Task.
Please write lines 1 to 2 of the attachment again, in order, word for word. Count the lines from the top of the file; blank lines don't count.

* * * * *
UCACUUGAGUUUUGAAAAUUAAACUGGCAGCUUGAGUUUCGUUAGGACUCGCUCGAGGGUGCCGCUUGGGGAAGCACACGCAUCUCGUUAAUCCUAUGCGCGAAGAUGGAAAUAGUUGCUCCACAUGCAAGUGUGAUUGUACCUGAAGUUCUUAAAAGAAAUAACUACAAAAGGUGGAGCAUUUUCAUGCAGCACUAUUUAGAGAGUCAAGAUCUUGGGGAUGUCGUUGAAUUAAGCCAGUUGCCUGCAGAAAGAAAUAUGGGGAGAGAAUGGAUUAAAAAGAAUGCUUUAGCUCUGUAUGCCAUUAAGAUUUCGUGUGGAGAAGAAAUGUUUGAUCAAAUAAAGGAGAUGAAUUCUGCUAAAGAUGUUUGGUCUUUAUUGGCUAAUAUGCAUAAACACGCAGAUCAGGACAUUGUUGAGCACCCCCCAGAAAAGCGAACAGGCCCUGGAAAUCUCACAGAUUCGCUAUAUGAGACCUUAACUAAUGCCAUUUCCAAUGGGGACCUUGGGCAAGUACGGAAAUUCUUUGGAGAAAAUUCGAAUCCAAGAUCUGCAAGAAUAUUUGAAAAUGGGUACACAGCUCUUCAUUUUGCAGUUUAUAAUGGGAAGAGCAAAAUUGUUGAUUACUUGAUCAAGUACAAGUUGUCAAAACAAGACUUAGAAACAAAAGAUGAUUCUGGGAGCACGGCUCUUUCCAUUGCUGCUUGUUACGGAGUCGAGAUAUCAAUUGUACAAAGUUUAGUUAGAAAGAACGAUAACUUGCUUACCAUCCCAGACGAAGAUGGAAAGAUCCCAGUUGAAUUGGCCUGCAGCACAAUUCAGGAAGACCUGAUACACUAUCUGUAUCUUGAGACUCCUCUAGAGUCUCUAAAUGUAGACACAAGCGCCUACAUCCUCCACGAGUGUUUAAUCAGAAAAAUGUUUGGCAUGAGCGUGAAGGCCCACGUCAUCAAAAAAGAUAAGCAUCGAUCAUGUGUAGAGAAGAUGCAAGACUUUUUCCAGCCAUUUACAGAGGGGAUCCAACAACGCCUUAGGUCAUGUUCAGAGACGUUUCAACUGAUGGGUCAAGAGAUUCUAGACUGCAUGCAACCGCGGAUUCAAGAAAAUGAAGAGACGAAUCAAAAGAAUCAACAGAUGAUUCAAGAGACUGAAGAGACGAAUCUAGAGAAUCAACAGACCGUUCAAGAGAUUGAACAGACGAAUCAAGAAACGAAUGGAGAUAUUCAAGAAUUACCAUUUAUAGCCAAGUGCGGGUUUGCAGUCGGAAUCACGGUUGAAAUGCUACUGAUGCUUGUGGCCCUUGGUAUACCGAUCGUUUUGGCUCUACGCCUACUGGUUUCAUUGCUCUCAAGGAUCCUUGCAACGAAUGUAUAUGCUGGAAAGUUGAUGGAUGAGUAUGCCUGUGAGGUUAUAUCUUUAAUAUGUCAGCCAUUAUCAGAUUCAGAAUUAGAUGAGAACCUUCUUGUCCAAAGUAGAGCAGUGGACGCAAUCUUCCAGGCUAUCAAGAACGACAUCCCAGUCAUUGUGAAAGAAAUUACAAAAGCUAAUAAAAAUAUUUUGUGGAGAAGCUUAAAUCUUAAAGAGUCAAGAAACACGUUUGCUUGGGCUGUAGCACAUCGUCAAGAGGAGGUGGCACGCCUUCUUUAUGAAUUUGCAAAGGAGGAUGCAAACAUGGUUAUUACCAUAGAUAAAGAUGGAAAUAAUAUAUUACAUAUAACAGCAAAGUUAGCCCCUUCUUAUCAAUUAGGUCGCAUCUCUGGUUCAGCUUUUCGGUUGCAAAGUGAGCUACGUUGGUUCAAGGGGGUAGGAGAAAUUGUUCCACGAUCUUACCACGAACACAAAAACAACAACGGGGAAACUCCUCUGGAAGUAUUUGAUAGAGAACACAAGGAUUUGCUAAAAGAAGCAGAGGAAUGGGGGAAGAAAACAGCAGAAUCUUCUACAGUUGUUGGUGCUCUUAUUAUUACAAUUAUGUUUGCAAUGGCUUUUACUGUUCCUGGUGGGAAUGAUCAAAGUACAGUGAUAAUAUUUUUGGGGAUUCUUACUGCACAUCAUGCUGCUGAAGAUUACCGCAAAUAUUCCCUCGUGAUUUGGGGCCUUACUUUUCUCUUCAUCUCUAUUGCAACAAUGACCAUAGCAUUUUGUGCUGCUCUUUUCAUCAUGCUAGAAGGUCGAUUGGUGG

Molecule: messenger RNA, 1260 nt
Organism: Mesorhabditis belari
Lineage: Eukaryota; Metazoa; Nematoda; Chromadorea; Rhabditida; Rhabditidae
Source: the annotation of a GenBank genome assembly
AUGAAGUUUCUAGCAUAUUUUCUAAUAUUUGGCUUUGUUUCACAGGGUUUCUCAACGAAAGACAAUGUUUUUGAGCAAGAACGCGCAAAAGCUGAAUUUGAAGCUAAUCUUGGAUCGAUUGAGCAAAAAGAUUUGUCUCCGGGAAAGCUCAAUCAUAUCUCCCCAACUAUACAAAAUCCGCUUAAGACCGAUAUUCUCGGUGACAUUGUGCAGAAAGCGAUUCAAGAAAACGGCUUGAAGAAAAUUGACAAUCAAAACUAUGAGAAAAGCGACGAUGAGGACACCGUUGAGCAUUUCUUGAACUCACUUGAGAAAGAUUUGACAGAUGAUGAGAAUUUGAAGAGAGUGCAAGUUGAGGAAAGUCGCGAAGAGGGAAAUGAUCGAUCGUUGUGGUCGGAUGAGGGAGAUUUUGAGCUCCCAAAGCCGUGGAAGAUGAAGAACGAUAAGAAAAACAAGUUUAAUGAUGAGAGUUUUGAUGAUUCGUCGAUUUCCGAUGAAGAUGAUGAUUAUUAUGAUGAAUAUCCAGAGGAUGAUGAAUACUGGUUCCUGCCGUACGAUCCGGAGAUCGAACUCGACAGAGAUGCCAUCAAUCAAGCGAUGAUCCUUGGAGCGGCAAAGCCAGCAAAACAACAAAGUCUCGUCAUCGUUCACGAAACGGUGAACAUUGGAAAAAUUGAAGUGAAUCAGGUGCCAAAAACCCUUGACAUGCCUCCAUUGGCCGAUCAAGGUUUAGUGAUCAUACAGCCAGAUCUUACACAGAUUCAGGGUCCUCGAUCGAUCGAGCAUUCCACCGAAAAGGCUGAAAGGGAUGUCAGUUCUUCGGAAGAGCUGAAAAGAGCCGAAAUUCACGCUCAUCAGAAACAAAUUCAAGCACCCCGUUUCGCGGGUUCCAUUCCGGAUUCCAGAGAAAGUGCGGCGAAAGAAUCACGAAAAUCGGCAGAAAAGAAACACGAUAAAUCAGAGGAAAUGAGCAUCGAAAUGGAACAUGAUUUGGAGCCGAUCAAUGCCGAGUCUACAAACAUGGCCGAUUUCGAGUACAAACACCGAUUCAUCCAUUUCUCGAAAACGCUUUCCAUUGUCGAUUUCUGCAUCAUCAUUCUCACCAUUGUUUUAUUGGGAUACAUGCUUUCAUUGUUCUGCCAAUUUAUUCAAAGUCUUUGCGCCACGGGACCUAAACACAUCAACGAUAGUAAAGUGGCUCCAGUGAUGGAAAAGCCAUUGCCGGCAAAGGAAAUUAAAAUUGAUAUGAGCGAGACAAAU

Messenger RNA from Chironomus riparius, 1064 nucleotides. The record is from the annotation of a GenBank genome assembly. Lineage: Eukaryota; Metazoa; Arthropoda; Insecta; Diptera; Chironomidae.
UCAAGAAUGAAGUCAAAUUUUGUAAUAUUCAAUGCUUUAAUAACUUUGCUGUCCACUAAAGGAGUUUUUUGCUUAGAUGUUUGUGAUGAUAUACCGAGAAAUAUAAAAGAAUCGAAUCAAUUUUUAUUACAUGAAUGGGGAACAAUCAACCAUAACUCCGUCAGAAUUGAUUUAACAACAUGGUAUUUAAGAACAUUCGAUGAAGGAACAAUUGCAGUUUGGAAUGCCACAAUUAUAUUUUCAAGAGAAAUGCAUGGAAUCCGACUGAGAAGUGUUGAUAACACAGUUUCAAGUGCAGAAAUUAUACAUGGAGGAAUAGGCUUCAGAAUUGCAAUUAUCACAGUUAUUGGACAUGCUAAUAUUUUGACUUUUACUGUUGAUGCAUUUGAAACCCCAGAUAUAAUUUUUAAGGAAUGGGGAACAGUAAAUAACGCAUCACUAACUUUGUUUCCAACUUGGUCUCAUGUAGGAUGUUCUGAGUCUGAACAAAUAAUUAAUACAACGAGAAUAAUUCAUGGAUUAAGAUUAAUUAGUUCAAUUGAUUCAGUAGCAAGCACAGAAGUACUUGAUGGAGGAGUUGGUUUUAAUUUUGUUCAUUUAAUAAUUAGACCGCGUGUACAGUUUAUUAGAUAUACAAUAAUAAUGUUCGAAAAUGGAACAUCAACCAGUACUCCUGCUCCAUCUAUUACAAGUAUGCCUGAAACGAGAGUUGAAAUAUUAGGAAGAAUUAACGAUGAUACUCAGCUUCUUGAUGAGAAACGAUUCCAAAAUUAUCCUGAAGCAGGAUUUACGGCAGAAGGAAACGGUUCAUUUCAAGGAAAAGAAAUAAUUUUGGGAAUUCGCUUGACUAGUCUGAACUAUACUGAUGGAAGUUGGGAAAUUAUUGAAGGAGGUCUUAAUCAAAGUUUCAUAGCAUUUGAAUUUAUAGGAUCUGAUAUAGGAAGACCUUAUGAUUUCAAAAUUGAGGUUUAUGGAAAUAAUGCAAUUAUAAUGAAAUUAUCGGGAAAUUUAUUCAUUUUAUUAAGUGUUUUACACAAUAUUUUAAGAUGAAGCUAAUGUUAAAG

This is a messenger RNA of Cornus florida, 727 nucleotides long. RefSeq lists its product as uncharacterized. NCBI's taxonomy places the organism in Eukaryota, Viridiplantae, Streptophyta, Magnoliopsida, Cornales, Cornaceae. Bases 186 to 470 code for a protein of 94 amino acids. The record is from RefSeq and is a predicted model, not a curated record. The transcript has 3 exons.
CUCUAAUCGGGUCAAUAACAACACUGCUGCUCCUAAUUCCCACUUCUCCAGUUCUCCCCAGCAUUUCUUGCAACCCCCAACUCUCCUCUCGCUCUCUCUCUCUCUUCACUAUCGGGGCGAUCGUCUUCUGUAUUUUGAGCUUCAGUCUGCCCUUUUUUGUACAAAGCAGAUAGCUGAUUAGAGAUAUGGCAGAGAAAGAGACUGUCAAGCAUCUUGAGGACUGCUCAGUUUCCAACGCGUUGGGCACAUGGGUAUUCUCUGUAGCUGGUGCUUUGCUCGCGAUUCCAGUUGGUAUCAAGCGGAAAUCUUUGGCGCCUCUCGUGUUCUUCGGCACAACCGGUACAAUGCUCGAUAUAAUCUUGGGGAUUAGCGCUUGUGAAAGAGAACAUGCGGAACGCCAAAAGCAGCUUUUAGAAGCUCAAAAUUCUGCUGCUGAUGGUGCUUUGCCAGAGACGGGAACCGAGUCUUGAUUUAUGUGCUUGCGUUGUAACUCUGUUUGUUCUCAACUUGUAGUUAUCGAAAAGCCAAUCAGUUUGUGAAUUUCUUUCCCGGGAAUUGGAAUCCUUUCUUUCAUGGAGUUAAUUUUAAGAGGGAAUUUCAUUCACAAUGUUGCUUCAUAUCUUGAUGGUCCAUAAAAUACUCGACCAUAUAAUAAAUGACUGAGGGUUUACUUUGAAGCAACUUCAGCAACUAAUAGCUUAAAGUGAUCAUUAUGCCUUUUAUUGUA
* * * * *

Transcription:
UCACUUGAGUUUUGAAAAUUAAACUGGCAGCUUGAGUUUCGUUAGGACUCGCUCGAGGGUGCCGCUUGGGGAAGCACACGCAUCUCGUUAAUCCUAUGCGCGAAGAUGGAAAUAGUUGCUCCACAUGCAAGUGUGAUUGUACCUGAAGUUCUUAAAAGAAAUAACUACAAAAGGUGGAGCAUUUUCAUGCAGCACUAUUUAGAGAGUCAAGAUCUUGGGGAUGUCGUUGAAUUAAGCCAGUUGCCUGCAGAAAGAAAUAUGGGGAGAGAAUGGAUUAAAAAGAAUGCUUUAGCUCUGUAUGCCAUUAAGAUUUCGUGUGGAGAAGAAAUGUUUGAUCAAAUAAAGGAGAUGAAUUCUGCUAAAGAUGUUUGGUCUUUAUUGGCUAAUAUGCAUAAACACGCAGAUCAGGACAUUGUUGAGCACCCCCCAGAAAAGCGAACAGGCCCUGGAAAUCUCACAGAUUCGCUAUAUGAGACCUUAACUAAUGCCAUUUCCAAUGGGGACCUUGGGCAAGUACGGAAAUUCUUUGGAGAAAAUUCGAAUCCAAGAUCUGCAAGAAUAUUUGAAAAUGGGUACACAGCUCUUCAUUUUGCAGUUUAUAAUGGGAAGAGCAAAAUUGUUGAUUACUUGAUCAAGUACAAGUUGUCAAAACAAGACUUAGAAACAAAAGAUGAUUCUGGGAGCACGGCUCUUUCCAUUGCUGCUUGUUACGGAGUCGAGAUAUCAAUUGUACAAAGUUUAGUUAGAAAGAACGAUAACUUGCUUACCAUCCCAGACGAAGAUGGAAAGAUCCCAGUUGAAUUGGCCUGCAGCACAAUUCAGGAAGACCUGAUACACUAUCUGUAUCUUGAGACUCCUCUAGAGUCUCUAAAUGUAGACACAAGCGCCUACAUCCUCCACGAGUGUUUAAUCAGAAAAAUGUUUGGCAUGAGCGUGAAGGCCCACGUCAUCAAAAAAGAUAAGCAUCGAUCAUGUGUAGAGAAGAUGCAAGACUUUUUCCAGCCAUUUACAGAGGGGAUCCAACAACGCCUUAGGUCAUGUUCAGAGACGUUUCAACUGAUGGGUCAAGAGAUUCUAGACUGCAUGCAACCGCGGAUUCAAGAAAAUGAAGAGACGAAUCAAAAGAAUCAACAGAUGAUUCAAGAGACUGAAGAGACGAAUCUAGAGAAUCAACAGACCGUUCAAGAGAUUGAACAGACGAAUCAAGAAACGAAUGGAGAUAUUCAAGAAUUACCAUUUAUAGCCAAGUGCGGGUUUGCAGUCGGAAUCACGGUUGAAAUGCUACUGAUGCUUGUGGCCCUUGGUAUACCGAUCGUUUUGGCUCUACGCCUACUGGUUUCAUUGCUCUCAAGGAUCCUUGCAACGAAUGUAUAUGCUGGAAAGUUGAUGGAUGAGUAUGCCUGUGAGGUUAUAUCUUUAAUAUGUCAGCCAUUAUCAGAUUCAGAAUUAGAUGAGAACCUUCUUGUCCAAAGUAGAGCAGUGGACGCAAUCUUCCAGGCUAUCAAGAACGACAUCCCAGUCAUUGUGAAAGAAAUUACAAAAGCUAAUAAAAAUAUUUUGUGGAGAAGCUUAAAUCUUAAAGAGUCAAGAAACACGUUUGCUUGGGCUGUAGCACAUCGUCAAGAGGAGGUGGCACGCCUUCUUUAUGAAUUUGCAAAGGAGGAUGCAAACAUGGUUAUUACCAUAGAUAAAGAUGGAAAUAAUAUAUUACAUAUAACAGCAAAGUUAGCCCCUUCUUAUCAAUUAGGUCGCAUCUCUGGUUCAGCUUUUCGGUUGCAAAGUGAGCUACGUUGGUUCAAGGGGGUAGGAGAAAUUGUUCCACGAUCUUACCACGAACACAAAAACAACAACGGGGAAACUCCUCUGGAAGUAUUUGAUAGAGAACACAAGGAUUUGCUAAAAGAAGCAGAGGAAUGGGGGAAGAAAACAGCAGAAUCUUCUACAGUUGUUGGUGCUCUUAUUAUUACAAUUAUGUUUGCAAUGGCUUUUACUGUUCCUGGUGGGAAUGAUCAAAGUACAGUGAUAAUAUUUUUGGGGAUUCUUACUGCACAUCAUGCUGCUGAAGAUUACCGCAAAUAUUCCCUCGUGAUUUGGGGCCUUACUUUUCUCUUCAUCUCUAUUGCAACAAUGACCAUAGCAUUUUGUGCUGCUCUUUUCAUCAUGCUAGAAGGUCGAUUGGUGG

Molecule: messenger RNA, 1260 nt